Banter probably ticks the “talks” and “much more besides” boxes and we’ll be taking over a room in The Model for a series of conversations with some fascinating people talking about what they do and especially the discoveries they’ve made in the line of their work or activism which may have contributed to a change in their outlook or creative methods. Our cast for Banter at Shore Shots is as follows

Dorothy Cross: one of Ireland’s leading artists (and a woman who has been on our list of ideal guests for ages) whose dramatic sculptures and installations often touch on on the sea.

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Aoibheann O’Brien: co-founder and CEO of FoodCloud, the not-for-profit social enterprise that helps businesses redistribute surplus food to charities. It has secured numerous investments and in 2015 agreed a deal that ensured Tesco’s 146 stores would redistribute surplus food to charities across Ireland.

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Alan Simms: back in 1995, Alan booked the Queen’s University Students Union in Belfast for a club night called Shine. Over 20 years on, the club is still going and Shine now includes a number of venues in the city and Dubliun as well as the Belsonic festival.

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Finn Ní Fhaoláin: the blogger, surfer, chef and author talks about her new book Finn’s World

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Kevin Cavey: the grandfather of Irish surfing on the sport in Ireland in the days before wetsuits or forecasts.

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Olan O’Brien: Olan’s All City record label and shop has been quietly but fiercely pushing the boundaries of hip-hop since 2003

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Justin “JC” Coghlan: the co-founder of Movember, the global organisation campaigning to raise awareness of men’s health issues.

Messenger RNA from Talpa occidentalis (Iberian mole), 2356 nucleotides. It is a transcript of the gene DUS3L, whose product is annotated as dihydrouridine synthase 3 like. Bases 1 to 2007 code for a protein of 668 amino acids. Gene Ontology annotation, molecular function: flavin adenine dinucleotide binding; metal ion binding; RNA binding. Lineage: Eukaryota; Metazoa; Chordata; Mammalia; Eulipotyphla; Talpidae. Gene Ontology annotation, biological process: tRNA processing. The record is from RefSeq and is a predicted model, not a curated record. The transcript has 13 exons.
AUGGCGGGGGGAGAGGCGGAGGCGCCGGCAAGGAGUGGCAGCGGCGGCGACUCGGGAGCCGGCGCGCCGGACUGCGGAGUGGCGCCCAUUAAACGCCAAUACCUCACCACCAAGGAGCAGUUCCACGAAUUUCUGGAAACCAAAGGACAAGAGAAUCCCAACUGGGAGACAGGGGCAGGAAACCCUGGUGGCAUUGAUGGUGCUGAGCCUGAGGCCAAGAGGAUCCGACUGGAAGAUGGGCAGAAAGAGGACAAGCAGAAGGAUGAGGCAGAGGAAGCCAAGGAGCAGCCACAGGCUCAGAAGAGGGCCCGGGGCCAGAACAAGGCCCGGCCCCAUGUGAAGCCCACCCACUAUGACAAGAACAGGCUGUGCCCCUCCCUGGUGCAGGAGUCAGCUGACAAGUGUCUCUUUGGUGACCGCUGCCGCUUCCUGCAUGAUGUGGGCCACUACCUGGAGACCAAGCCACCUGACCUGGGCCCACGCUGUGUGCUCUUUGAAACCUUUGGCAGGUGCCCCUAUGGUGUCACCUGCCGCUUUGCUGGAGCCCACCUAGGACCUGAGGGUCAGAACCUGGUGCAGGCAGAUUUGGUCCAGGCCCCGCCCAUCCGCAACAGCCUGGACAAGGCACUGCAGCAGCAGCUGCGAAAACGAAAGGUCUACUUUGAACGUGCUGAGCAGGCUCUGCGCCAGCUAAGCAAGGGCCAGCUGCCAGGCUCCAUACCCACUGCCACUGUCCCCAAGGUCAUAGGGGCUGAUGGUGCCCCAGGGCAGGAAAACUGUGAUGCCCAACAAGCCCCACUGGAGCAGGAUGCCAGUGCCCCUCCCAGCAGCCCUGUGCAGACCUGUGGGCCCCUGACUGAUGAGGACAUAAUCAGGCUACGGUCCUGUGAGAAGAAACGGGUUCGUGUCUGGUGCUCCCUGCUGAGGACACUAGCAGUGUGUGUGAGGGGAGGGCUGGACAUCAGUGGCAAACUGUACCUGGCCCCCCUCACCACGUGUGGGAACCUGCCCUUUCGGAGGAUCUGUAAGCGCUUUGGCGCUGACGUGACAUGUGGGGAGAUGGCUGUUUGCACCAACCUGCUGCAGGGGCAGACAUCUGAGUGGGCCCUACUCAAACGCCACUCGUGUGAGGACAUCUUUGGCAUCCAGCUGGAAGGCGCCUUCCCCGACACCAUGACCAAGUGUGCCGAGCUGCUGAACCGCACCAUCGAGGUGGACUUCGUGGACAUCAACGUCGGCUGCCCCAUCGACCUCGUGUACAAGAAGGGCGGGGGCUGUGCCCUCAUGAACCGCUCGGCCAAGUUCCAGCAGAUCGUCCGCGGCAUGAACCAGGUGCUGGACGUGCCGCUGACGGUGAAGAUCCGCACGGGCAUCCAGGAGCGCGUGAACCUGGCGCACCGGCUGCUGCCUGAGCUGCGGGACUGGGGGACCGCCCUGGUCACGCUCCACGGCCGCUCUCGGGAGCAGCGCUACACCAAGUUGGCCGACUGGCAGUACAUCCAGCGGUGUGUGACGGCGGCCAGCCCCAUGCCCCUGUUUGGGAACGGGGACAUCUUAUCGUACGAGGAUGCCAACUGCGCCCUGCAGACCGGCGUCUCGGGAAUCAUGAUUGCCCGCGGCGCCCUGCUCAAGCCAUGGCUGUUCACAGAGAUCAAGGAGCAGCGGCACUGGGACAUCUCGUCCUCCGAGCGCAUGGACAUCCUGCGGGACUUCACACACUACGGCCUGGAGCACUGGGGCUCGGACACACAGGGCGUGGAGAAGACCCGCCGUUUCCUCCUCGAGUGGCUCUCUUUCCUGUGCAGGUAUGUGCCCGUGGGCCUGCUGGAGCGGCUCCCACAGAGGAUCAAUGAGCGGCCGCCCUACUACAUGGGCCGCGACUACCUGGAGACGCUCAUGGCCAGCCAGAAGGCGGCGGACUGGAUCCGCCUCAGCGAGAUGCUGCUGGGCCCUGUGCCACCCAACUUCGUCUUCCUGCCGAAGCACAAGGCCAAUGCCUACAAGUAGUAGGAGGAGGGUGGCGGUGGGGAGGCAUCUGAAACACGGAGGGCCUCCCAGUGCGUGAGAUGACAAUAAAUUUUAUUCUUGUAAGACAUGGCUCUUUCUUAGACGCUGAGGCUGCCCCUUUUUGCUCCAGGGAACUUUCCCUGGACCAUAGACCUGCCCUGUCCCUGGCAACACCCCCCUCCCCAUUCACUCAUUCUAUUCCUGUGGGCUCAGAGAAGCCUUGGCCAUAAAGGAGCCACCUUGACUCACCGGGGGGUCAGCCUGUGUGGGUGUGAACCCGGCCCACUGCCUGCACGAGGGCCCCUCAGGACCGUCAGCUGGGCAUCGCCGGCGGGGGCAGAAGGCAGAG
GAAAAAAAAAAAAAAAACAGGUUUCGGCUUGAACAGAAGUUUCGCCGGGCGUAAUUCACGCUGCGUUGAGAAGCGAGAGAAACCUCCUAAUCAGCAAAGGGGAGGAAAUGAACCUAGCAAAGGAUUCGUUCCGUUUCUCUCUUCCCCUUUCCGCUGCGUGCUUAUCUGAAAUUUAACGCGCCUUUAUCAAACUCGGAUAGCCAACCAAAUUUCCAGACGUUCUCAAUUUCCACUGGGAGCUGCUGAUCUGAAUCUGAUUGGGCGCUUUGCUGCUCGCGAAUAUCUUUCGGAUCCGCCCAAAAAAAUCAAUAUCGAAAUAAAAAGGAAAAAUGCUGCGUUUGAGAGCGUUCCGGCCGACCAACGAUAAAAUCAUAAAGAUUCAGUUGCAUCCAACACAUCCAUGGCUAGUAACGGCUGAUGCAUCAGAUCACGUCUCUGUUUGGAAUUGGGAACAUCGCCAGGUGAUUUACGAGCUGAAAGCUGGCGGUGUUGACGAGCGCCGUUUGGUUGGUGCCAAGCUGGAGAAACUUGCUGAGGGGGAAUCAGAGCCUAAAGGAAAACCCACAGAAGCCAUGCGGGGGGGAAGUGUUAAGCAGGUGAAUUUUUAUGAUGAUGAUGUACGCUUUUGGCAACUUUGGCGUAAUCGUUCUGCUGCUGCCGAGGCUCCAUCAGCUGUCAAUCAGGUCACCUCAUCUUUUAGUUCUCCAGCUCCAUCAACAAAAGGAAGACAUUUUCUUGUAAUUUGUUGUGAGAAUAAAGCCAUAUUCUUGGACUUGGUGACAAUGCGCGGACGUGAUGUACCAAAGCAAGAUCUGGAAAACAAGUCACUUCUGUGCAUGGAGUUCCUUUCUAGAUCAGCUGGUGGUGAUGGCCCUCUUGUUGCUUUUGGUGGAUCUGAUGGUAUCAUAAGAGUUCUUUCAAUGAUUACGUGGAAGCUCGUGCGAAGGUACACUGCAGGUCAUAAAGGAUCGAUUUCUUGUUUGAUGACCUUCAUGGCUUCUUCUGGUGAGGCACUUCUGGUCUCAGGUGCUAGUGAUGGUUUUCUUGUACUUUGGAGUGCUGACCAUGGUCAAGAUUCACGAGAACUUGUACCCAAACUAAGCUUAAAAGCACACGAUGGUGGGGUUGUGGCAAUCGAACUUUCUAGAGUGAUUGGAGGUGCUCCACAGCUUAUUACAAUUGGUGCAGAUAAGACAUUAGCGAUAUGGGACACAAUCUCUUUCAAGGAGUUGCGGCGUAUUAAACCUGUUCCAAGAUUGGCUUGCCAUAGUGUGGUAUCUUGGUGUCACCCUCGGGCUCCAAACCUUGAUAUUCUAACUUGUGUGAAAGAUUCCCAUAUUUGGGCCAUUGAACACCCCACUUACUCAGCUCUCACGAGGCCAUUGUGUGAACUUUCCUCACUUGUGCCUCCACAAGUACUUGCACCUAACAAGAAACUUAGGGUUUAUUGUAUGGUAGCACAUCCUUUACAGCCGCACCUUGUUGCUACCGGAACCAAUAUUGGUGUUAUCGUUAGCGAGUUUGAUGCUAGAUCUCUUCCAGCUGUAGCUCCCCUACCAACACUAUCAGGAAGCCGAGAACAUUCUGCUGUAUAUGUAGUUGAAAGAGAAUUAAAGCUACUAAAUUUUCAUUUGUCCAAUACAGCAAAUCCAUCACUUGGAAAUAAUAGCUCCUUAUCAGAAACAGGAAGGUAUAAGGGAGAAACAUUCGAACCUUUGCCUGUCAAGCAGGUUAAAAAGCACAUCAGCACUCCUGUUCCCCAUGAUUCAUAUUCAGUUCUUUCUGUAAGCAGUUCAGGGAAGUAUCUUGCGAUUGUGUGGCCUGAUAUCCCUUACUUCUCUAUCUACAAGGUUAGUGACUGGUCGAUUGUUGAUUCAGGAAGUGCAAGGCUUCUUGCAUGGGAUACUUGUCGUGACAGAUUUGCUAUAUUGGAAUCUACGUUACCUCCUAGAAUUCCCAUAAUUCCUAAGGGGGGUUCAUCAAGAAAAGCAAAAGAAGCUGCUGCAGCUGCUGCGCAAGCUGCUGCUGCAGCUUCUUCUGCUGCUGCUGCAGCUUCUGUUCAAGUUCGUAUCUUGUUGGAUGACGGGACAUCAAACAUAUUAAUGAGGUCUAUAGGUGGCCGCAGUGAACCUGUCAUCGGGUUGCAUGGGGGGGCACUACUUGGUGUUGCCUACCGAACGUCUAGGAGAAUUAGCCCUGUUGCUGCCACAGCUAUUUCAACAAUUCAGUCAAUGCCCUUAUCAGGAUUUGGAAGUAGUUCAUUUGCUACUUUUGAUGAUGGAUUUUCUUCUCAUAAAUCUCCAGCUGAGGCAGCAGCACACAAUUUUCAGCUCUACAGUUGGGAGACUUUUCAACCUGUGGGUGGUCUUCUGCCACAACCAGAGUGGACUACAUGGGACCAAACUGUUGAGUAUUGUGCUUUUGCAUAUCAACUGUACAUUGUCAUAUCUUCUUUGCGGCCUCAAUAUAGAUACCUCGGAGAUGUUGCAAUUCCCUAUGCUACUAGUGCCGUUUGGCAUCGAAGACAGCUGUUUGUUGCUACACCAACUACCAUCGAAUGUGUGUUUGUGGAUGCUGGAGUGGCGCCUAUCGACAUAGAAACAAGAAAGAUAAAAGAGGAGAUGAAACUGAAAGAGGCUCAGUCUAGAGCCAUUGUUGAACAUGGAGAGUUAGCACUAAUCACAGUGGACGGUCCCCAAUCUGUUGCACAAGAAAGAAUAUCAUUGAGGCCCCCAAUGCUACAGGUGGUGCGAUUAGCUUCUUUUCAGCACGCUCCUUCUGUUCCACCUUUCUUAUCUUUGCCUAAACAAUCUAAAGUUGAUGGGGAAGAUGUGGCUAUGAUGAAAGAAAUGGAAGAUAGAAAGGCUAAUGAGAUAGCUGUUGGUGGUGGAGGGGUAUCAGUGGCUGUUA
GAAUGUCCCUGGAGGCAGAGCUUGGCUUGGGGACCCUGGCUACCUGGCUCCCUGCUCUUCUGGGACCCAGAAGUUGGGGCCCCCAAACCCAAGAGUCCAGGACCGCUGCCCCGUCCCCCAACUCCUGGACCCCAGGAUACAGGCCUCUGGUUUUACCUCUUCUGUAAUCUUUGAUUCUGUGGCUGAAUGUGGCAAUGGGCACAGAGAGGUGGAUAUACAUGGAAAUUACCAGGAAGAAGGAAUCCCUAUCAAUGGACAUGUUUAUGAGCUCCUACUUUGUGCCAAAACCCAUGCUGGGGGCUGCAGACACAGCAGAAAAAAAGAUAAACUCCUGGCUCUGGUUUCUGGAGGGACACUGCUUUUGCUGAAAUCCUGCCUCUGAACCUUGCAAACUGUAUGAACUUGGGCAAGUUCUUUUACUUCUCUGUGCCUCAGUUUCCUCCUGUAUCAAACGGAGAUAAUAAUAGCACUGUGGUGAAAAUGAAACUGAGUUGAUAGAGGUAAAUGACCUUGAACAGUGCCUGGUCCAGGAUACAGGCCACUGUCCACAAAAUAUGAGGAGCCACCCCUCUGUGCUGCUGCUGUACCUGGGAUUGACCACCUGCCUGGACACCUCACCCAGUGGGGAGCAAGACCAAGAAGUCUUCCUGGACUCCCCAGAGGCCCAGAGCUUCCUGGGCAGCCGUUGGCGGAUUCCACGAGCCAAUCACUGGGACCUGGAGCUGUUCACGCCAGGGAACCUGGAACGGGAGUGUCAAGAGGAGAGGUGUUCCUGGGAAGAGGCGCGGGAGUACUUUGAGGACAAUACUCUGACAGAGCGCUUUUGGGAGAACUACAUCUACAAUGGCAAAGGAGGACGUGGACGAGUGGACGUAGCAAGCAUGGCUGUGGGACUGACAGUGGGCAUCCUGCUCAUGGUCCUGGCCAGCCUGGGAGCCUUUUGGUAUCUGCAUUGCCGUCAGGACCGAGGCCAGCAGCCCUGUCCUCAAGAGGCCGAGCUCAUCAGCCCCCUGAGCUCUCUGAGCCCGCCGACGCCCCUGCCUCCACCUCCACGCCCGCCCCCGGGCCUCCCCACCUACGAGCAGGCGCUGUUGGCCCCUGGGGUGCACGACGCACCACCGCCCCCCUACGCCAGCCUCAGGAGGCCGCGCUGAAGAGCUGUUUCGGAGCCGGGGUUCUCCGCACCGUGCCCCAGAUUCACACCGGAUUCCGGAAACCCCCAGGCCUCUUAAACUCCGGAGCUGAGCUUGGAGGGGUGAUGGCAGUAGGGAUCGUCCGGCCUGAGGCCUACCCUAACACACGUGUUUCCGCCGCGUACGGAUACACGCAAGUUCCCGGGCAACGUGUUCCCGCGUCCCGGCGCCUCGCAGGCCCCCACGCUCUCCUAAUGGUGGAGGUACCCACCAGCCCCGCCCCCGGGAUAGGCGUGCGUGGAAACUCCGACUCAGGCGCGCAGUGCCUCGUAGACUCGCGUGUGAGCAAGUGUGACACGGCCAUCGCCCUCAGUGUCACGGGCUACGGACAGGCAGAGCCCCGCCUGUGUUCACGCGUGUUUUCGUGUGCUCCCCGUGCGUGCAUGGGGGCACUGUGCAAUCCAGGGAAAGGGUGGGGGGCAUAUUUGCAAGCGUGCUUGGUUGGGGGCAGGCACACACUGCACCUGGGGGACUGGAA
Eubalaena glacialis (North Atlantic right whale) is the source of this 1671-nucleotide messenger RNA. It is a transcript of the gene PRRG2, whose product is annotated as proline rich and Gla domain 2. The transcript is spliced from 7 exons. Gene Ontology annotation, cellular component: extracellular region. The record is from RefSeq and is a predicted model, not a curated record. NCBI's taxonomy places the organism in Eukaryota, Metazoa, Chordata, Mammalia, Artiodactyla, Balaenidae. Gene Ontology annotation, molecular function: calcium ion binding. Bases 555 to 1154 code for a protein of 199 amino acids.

James Earley: Dublin street artist whose distinctive large-scale murals have been commissioned across Ireland by clients like Facebook and the Aviva stadium.

Matt Smith: founder of Backwash Magazine and the Moy Hill Community Garden in Lahinch, Co Clare

More information on what else is happening over the weekend and tickets for all events on the Shore Shots website.

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Online behaviour (159, Mar 2017)

Online interactions and community exchanges were always been robust and full-bodied, but that’s taken a very distinct downturn in recent times. Negative comments, offensive remarks and downright nasty and abusive reactions to what people have to say has become the norm in our social media timelines and online interactions. If you express an opinion online, chances are there is someone who will disagree with your opinion – and have a go at you, your family, your job, your looks, your pet cat and anyone and anything else that comes to mind while they’re at it.

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What are the causes behind this malignant behaviour? Are those hiding behind pseudonyms and alter-egos simply childish trolls doing it for the lolz or are they emboldened by how they can comment so freely en masse and are now moving into real life activity and attacks? For those who have to interact with this behaviour day in and day out, what are the solutions they think should be tried out? And is there any
chance it can get better before it gets worse?

Aoife Barry (The Journal), Ellen Tannam (writer and podcaster HeadStuffRTE etc), Conor Behan (DJ and writer) and Mark Smyth (senior clinical psychologist) join us at Banter this month to see how the heck we got to this point and where it goes from here.

The details: Banter on online behaviour will take place at Wigwam (Middle Abbey St., Dublin 1) on Thursday March 30. Doors open at 6pm and the discussion, followed by an audience Q&A, begins at 6.30pm. Tickets can be booked here.